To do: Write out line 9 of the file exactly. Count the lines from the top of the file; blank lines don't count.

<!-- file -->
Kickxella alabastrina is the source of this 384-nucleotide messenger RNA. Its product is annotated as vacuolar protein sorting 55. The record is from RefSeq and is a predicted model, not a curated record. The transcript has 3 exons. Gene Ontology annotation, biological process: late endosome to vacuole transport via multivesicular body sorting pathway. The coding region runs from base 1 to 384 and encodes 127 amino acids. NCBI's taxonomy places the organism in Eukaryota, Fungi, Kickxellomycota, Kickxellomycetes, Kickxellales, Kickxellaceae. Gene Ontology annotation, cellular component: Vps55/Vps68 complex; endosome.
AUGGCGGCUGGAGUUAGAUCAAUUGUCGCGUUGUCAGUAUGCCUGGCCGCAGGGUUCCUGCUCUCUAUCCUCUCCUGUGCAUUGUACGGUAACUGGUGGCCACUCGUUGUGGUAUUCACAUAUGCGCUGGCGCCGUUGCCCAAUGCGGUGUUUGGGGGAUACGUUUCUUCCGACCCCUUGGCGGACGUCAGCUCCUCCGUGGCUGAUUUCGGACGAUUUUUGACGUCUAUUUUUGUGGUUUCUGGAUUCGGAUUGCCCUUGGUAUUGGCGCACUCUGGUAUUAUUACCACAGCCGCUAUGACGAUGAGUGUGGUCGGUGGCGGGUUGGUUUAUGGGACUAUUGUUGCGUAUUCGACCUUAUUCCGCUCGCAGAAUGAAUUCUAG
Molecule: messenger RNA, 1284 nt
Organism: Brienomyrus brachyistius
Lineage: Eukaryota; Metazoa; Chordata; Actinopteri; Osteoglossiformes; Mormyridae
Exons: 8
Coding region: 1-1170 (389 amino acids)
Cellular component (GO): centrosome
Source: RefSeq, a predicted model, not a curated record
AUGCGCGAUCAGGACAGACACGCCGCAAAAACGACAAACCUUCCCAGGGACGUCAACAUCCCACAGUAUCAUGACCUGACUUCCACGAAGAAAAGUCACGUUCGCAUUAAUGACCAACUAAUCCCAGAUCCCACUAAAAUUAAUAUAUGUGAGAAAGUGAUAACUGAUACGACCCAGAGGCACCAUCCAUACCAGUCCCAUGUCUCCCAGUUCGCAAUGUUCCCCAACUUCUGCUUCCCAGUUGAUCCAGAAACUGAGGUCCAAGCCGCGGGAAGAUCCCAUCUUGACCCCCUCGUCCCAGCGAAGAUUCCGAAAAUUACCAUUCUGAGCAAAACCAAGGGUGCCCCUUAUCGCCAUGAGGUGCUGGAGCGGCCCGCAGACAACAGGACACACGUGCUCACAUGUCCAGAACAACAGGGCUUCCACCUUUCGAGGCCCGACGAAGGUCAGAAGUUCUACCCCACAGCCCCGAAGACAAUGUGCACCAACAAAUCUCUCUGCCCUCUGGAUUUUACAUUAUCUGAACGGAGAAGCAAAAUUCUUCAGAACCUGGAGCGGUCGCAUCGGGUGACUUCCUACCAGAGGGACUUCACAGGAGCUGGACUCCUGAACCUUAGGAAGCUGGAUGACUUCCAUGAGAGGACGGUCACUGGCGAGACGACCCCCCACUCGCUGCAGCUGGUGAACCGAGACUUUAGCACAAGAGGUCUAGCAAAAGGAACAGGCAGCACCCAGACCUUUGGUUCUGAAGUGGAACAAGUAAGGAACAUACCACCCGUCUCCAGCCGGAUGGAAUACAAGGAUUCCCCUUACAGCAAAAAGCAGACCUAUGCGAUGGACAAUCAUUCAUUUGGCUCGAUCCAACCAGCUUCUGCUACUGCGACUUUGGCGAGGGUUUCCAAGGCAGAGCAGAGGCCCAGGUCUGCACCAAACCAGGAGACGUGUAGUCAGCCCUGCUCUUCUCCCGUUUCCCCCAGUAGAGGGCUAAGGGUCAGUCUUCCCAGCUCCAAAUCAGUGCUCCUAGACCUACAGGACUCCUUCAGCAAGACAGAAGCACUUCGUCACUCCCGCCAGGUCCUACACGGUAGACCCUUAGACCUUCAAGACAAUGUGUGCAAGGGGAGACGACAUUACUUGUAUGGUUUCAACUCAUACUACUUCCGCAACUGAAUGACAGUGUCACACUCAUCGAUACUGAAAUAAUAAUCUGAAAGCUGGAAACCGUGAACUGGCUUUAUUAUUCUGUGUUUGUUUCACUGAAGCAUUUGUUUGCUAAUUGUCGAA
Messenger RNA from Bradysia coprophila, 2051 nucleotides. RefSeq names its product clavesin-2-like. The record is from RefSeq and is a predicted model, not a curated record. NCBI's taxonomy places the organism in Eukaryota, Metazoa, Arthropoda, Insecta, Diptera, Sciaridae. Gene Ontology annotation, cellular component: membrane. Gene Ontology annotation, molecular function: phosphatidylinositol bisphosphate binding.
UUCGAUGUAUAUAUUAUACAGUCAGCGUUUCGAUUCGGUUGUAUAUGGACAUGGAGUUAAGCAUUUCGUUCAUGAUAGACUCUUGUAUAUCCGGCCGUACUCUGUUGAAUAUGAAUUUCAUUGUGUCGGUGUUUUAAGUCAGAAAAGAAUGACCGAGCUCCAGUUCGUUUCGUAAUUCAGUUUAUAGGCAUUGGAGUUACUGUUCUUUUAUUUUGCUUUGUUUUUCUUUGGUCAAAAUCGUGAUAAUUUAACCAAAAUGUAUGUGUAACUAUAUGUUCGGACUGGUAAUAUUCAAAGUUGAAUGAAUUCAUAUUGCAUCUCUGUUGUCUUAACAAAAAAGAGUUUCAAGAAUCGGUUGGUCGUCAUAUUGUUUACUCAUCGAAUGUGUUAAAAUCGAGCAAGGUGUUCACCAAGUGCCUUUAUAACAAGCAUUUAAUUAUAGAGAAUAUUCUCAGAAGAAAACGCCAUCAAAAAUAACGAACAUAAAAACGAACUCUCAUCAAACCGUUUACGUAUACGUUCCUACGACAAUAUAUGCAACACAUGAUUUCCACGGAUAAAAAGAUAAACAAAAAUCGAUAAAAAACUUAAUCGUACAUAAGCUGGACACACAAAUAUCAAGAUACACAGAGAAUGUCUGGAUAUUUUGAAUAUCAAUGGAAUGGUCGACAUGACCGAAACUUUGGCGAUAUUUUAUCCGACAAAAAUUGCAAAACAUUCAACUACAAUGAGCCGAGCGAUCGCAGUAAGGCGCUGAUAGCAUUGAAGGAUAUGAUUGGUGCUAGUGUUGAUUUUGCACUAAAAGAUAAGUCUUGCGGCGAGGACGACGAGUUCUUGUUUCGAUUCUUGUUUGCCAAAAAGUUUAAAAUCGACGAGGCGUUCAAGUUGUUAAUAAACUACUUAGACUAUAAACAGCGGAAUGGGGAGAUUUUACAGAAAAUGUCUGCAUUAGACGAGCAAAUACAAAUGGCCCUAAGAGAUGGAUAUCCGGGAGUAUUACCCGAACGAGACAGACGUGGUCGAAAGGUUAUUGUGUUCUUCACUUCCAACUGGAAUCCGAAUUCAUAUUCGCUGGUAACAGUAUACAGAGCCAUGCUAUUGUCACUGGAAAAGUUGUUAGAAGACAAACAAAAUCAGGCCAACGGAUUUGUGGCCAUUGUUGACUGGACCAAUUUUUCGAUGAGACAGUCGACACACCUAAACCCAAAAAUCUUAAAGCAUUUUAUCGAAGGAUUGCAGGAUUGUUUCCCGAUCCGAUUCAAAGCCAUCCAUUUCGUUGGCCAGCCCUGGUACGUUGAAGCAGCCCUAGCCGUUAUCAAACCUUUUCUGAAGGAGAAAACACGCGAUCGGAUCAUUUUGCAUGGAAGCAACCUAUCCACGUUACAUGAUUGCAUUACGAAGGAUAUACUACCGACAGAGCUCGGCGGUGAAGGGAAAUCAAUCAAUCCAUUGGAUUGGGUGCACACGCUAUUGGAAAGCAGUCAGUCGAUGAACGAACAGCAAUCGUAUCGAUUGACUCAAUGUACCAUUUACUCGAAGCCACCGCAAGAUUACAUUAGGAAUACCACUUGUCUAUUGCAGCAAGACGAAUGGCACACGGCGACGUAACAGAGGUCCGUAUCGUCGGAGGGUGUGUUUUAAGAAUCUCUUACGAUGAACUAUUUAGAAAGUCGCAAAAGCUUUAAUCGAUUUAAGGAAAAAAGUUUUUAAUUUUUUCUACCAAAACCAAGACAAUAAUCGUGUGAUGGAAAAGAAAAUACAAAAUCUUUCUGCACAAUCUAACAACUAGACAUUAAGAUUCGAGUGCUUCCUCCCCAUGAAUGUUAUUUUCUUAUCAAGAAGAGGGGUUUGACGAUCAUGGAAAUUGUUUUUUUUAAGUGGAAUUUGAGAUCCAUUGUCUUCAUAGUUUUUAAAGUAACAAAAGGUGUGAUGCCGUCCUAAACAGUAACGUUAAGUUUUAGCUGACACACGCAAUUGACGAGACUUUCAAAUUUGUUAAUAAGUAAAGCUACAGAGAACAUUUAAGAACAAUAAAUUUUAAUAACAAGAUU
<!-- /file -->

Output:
Source: RefSeq, a predicted model, not a curated record